The ODP Corporation Announces Selection of Chief Executive Officers and Company Names Ahead of Planned Spin-Off
Expects to Complete Tax-Free Spin-Off of Its Consumer Business to ODP Shareholders in First Half 2022
Today, the Board of Directors announced the selection of the Chief Executive Officers (CEO) and company names for each of the two companies, which would become effective upon the completion of the spin-off:
The ODP Corporation– a leading B2B solutions provider serving small, medium and enterprise level companies, will consist of several operating companies, including the contract sales channel of ODP’s current Business Solutions Division, which will be renamed ODP Business Solutions, and ODP’s newly formed B2B digital platform technology business, which will be named Varis. ODP Business Solutions and Varis will be owned by ODP, but operated as separate businesses. ODP will also continue to own the global sourcing operations and other sourcing, supply chain and logistics assets. Gerry Smithwill continue to serve as CEO of The ODP Corporationfollowing the separation.
Office Depot– a leading provider of retail consumer and small business products and services distributed via approximately 1,100 Office Depotand OfficeMax retail locations and an award-winning eCommerce presence, officedepot.com, will be spun-off and will be named Office Depot, Inc. Kevin Moffitt, currently EVP, Chief Retail Officer of The ODP Corporation, will be appointed CEO of Office Depotupon completion of the spin-off.
“Kevin’s experience with leading our retail and eCommerce organizations over the past several years positions him as the ideal candidate to become CEO of
The separation is expected to allow ODP and
Additional details of the separation are expected to be announced in the coming months, including Board and additional leadership teams of both companies. The Company anticipates that the separated companies will be capitalized to provide the financial flexibility to take advantage of future strategic opportunities.
The transaction is subject to certain conditions, including final approval by ODP’s Board of Directors, opinions from tax counsel and a favorable ruling by the
FORWARD LOOKING STATEMENTS
This communication contains forward-looking statements within the meaning of the Private Securities Litigation Reform Act of 1995. These statements or disclosures may discuss goals, intentions and expectations as to future trends, plans, events, results of operations, cash flow or financial condition, the potential impacts on our business due to the unknown severity and duration of the COVID-19 pandemic, or state other information relating to, among other things, the Company, based on current beliefs and assumptions made by, and information currently available to, management. Forward-looking statements generally will be accompanied by words such as “anticipate,” “believe,” “plan,” “could,” “will,” “estimate,” “expect,” “intend,” “may,” “possible,” “potential,” “project,” “propose” or other similar words, phrases or expressions, or other variations of such words. These forward-looking statements are subject to various risks and uncertainties, many of which are outside of the Company’s control. There can be no assurances that the Company will realize these expectations or that these beliefs will prove correct, and therefore investors and stakeholders should not place undue reliance on such statements.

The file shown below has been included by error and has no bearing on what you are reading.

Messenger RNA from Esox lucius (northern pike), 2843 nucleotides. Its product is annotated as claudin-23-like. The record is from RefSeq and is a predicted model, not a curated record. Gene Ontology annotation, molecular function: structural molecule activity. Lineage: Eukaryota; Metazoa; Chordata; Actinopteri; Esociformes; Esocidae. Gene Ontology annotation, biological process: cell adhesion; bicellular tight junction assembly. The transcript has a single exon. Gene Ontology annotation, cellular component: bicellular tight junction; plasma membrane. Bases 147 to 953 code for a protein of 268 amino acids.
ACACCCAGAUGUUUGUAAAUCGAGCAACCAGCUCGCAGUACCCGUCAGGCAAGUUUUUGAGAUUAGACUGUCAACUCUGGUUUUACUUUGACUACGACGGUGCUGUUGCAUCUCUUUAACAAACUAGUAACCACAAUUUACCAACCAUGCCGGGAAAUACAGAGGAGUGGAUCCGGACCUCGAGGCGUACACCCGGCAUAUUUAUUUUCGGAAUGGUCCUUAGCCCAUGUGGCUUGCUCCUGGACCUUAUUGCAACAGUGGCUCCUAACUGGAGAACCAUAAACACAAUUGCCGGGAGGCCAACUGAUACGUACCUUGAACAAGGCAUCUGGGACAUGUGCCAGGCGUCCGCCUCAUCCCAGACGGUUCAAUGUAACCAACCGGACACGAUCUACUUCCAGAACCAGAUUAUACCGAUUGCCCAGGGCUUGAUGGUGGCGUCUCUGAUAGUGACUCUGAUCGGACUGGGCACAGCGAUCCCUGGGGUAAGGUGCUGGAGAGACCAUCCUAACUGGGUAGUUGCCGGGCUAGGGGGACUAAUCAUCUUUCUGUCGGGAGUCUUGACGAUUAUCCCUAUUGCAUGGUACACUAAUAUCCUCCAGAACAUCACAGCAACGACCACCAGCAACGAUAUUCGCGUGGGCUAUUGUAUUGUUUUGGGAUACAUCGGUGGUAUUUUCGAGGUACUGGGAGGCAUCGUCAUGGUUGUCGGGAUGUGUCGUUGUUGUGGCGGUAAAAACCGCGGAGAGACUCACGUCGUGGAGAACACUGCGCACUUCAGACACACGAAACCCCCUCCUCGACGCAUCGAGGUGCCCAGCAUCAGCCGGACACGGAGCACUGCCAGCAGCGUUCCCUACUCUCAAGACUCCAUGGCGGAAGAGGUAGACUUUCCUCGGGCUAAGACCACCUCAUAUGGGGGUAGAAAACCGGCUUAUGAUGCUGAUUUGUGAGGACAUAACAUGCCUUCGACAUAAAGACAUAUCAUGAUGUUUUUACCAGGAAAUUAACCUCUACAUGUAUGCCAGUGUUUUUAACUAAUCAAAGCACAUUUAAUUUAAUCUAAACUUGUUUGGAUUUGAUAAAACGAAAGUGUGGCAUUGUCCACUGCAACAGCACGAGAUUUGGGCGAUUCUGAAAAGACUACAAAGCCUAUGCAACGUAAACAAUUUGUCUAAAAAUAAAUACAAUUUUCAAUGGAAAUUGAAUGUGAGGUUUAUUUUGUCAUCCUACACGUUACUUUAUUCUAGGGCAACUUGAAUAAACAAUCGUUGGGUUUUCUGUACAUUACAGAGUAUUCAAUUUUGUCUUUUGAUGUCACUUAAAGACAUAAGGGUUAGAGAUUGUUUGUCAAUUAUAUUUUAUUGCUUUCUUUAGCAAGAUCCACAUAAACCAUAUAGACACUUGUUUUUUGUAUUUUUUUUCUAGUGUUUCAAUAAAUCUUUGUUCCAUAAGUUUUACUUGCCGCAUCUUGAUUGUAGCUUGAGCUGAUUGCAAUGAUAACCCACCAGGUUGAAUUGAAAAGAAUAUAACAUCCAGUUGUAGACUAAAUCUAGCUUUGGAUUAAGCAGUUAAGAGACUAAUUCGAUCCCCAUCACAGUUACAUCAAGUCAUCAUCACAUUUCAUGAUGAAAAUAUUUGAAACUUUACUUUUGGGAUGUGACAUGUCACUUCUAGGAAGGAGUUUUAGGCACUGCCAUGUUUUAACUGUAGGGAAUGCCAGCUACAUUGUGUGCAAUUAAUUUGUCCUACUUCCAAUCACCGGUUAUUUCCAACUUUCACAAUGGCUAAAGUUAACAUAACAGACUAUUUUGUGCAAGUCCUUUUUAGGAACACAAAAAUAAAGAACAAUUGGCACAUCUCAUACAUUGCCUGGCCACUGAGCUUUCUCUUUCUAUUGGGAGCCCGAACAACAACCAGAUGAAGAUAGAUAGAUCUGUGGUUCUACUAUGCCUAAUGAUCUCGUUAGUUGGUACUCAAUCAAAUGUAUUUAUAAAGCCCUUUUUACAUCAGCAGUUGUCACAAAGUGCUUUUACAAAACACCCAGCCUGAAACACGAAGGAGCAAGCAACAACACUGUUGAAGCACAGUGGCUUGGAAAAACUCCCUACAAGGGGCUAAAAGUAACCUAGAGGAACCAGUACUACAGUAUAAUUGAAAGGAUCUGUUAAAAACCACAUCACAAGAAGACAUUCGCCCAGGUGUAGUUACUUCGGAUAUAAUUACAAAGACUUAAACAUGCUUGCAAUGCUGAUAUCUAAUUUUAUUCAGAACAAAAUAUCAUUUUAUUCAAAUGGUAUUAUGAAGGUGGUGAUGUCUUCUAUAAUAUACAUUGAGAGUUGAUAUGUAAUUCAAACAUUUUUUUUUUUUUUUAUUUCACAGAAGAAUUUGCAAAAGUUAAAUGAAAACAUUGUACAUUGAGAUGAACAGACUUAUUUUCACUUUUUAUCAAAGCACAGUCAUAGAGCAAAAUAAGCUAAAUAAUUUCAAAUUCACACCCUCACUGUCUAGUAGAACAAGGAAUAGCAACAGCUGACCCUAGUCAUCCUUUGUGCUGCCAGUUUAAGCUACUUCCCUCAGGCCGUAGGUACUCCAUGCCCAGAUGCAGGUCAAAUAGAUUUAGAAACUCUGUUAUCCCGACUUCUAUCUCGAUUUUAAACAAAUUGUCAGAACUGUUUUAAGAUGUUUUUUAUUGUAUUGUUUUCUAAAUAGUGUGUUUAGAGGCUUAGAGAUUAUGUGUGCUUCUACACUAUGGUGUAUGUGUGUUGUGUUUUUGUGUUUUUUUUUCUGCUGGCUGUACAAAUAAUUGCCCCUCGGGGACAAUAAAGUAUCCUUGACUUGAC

Factors that could cause actual results to differ materially from those in the forward-looking statements include, among other things, delays or challenges in completing the separation during the expected timeline; risks related to the fulfillment of the conditions to complete the separation; difficulties in ensuring that the spin-off remains tax-free; the expected costs and benefits of the separation; the inability to adequately capitalize the separated companies; changes in demand for the Company’s existing and future products and services; changes to the products and services sold and provided before and after the separation; unanticipated downturns in business relationships with customers; obstacles preventing the separated companies from maximizing profit opportunities, cost savings, and potential synergies; the failure to retain key employees or attract talent for each of the separated companies; the inability of the separated businesses to align their strategies and capital investments to meet customer demands or match their assets and investment profiles; disruption in key business activities or any impact on the Company’s relationships with third parties as a result of the separation; competitive pressures on the Company’s sales and pricing; increases in the cost of material, energy and other production costs, or unexpected costs that cannot be recouped in product pricing; the introduction of competing technology products and services; unexpected technical or marketing difficulties; unexpected claims, charges, litigation, dispute resolutions or settlement expenses; new laws and governmental regulations; the impact of, and government response to, the COVID-19 pandemic; and domestic and international economic conditions. The foregoing list of factors is not exhaustive. Investors and shareholders should carefully consider the foregoing factors and the other risks and uncertainties described in the Company’s Annual Reports on Form 10-K, Quarterly Reports on Form 10-Q, and Current Reports on Form 8-K filed with the